Keesler Honor Guard embodies core values

  • Published
  • By Airman 1st Class Suzie Plotnikov
  • 81st Training Wing Public Affairs

For some families, having the honor guard presenting military honors during a funeral is the last interaction they will have with the military. This lasting impact is why it is important for the honor guard to be skilled and precise with all movements they perform.


Keesler Honor Guard members embody the Air Force core values, integrity first and service before self, but personify excellence in all we do in each detail they perform.


“There’s a lot of eyes on us, whether they’re prior honor guard or they know how we function,” said Staff Sgt. Jerel Dy, Keesler Air Force Base Honor Guard Bravo Flight NCO in charge. “It’s very important that every individual knows every step and every position when we go out there.”


The honor guard program requires a four-month commitment that staffs approximately 15 Airmen per month.


“Anybody can join if they have approval from their leadership,” said Dy. “We like to have anybody that is willing to learn, they give 100 percent and just strive for perfection.”


The honor guardsmen practice four out of five working days. They practice flag folding, posting the colors, firing party and pallbearing skills.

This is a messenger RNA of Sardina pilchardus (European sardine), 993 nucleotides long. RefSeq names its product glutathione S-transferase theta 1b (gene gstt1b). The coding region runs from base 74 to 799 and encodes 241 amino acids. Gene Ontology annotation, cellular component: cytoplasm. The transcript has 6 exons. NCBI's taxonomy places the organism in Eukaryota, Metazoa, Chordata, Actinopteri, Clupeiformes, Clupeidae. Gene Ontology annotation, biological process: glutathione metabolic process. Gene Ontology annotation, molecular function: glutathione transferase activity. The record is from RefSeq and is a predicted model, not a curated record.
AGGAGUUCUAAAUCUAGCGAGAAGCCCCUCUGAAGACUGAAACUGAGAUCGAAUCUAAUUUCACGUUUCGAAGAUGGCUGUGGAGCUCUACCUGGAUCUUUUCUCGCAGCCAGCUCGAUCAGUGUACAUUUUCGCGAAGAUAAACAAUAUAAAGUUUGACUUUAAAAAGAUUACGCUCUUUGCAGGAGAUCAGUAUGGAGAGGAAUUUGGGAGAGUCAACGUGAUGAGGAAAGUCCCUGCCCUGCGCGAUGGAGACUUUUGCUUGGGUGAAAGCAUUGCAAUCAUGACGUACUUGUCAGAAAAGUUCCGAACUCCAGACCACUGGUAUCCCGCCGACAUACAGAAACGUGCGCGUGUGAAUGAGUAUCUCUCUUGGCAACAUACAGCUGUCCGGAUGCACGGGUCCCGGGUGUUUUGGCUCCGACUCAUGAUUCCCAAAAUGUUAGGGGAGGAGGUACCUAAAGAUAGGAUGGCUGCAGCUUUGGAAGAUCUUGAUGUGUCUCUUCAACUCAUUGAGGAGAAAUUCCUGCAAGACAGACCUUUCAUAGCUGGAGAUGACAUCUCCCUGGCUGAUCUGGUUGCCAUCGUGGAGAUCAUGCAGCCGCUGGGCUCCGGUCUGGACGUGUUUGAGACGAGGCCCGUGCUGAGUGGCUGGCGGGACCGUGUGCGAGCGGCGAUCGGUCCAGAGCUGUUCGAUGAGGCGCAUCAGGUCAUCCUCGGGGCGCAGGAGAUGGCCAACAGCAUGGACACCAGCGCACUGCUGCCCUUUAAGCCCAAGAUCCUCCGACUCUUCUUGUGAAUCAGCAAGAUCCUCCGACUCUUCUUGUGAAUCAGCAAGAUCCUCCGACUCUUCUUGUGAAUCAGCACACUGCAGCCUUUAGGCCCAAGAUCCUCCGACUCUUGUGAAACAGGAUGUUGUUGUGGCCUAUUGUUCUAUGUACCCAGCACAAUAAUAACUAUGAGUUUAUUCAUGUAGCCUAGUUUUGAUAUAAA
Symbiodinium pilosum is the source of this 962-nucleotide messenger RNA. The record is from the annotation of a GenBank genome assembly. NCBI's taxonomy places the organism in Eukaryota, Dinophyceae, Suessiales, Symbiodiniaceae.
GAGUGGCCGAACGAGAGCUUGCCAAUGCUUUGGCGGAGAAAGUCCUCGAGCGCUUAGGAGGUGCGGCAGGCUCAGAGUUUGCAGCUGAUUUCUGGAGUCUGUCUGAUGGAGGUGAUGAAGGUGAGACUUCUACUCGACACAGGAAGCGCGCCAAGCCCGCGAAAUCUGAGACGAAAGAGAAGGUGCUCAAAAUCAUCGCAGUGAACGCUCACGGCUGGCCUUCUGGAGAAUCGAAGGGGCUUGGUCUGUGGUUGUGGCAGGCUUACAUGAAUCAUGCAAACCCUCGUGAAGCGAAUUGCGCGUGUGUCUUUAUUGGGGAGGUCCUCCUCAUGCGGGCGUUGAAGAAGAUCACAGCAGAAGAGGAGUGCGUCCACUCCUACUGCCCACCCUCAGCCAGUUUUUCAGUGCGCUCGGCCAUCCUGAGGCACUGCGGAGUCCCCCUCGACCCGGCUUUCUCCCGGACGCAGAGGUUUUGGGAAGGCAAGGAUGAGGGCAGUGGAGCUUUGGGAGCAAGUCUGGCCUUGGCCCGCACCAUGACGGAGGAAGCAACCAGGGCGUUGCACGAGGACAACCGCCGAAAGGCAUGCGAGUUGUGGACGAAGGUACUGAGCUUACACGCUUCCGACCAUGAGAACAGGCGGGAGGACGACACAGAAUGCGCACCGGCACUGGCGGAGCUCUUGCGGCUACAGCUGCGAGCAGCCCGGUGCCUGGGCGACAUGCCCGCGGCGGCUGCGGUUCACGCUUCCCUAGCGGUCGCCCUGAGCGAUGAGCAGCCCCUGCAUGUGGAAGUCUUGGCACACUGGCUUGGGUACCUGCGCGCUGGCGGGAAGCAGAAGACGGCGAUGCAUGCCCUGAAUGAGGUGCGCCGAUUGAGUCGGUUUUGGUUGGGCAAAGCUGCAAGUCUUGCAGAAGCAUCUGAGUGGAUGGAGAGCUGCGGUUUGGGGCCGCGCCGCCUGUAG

Although the base honor guard participate in retirements, promotion ceremonies and many other on-base events, their main mission is to provide military honors at funerals.


“It’s very important to be on top of your [game] because it’s an embarrassment if we’re out there looking sloppy,” said Airman 1st Class Brandy Michaud, Keesler Air Force Base Honor Guard member “For the family, that’s their one connection to the military and once that family [member] passes away that can be their last interaction with us.”


When Michaud first joined the honor guard, she did not think the program would affect her as much as it has. Now four months later, she still remembers the impact from one of her first funeral details.


“It was down pouring that day,” said Michaud. “We were in full ceremonials, the flag was soaking wet and I had to fold it for the first time and I was asking myself ‘How am I going to do it?’ In the end the family came up to us and said it was amazing and they thanked us for showing up and supporting their family.”



Dy explained that moments like those are what revitalizes honor guard members.



“After going out on those details and presenting a flag to that family member – husband, wife, significant other and their children, you realize why you’re here,” said Dy. “When you stand back up after giving them the flag, saluting and walking away, it makes you humbled and enjoy being part of honor guard.”



Not only are those experiences emotional for the families who lost a loved one, but for the honor guardsmen as well. Dy described a funeral detail as an emotional roller coaster that pushes members to practice harder and be the best he or she can.


 “When you know the family has gone through that situation; losing their loved one, it gives you that energy to keep moving forward and keep making those details, events, funerals perfect to make sure that family gets what they deserve.”